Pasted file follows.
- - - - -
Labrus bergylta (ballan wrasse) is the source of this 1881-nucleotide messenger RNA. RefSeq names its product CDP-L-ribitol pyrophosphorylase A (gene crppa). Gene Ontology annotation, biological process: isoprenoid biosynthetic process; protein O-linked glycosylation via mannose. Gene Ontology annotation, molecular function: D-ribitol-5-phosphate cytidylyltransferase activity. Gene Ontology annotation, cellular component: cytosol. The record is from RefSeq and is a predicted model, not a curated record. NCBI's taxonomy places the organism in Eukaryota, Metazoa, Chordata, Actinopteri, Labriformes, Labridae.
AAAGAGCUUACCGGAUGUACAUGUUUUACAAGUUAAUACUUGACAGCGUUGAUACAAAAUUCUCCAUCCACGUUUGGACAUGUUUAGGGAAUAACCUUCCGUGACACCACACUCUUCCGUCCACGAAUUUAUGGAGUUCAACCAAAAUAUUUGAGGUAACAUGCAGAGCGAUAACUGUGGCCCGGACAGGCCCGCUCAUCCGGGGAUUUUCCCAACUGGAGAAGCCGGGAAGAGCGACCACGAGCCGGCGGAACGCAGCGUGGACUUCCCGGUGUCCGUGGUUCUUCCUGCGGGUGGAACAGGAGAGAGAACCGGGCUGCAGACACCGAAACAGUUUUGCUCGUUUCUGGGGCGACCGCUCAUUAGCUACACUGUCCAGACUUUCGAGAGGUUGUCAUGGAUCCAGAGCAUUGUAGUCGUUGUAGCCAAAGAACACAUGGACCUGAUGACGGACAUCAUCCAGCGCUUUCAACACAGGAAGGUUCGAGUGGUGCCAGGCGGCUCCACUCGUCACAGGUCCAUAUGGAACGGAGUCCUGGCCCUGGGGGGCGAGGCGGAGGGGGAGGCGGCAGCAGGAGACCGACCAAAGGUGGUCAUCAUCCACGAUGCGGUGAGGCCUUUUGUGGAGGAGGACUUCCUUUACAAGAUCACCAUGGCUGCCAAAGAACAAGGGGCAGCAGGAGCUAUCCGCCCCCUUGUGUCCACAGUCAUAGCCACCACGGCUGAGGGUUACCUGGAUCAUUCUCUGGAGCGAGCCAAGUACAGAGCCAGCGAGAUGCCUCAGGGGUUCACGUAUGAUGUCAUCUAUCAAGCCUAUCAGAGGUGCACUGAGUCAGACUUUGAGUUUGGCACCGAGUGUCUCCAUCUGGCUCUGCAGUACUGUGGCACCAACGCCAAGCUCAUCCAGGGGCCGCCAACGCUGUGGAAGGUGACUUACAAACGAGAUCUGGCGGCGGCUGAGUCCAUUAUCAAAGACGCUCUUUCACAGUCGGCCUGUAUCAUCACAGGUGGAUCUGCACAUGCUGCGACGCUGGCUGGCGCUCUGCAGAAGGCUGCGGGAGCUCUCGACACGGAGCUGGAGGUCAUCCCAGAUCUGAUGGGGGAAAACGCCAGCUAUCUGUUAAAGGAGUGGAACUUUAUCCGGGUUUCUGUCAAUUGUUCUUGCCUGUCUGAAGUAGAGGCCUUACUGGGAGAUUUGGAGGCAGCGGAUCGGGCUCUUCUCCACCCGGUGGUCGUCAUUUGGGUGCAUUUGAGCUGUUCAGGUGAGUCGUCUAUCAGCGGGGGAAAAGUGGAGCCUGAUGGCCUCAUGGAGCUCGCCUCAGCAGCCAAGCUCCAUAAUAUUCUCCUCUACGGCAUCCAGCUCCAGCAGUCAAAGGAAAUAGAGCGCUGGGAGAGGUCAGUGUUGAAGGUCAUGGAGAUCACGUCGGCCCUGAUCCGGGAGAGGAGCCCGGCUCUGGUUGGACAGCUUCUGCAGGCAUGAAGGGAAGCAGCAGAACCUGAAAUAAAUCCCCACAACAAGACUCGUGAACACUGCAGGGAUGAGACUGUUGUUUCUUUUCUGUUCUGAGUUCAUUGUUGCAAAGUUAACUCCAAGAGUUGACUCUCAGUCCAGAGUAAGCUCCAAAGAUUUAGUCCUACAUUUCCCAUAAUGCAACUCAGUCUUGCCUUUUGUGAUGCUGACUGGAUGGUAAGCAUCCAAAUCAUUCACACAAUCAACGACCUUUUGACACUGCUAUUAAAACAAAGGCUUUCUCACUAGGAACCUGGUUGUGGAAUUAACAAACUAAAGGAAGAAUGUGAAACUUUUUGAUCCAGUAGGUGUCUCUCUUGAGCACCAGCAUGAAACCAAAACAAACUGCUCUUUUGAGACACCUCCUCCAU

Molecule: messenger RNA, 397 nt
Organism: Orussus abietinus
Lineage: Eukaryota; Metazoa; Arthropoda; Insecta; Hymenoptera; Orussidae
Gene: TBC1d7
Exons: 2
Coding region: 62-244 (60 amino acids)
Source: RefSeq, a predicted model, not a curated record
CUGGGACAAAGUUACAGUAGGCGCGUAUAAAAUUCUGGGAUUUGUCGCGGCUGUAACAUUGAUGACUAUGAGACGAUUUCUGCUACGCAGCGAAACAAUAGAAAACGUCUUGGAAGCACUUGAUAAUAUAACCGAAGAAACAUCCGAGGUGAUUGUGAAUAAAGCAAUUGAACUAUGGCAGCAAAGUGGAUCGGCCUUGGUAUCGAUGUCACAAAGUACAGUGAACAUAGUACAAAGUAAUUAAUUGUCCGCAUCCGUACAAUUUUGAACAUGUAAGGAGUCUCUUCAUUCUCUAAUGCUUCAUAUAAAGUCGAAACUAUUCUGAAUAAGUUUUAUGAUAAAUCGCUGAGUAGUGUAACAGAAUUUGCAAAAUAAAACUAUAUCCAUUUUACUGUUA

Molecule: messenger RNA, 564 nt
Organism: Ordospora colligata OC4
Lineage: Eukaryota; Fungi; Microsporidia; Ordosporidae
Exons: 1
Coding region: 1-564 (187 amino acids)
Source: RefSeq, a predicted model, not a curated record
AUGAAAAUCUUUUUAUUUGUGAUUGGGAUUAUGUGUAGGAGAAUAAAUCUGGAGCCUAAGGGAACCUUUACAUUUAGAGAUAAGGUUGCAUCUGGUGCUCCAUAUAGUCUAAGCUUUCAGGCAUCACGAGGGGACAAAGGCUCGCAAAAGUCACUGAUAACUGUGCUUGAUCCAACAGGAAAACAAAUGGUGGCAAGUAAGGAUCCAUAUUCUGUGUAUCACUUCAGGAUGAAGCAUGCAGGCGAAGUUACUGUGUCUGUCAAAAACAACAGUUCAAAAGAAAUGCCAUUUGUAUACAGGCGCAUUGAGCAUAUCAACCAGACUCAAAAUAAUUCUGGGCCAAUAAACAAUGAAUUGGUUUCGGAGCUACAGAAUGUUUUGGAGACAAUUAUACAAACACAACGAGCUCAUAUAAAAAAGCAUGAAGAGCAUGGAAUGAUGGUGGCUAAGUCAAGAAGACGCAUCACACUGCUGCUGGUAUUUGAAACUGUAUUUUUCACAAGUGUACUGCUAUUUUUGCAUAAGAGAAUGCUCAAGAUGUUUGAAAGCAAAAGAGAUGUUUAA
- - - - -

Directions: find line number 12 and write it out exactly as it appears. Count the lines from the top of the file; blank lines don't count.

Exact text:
Organism: Ordospora colligata OC4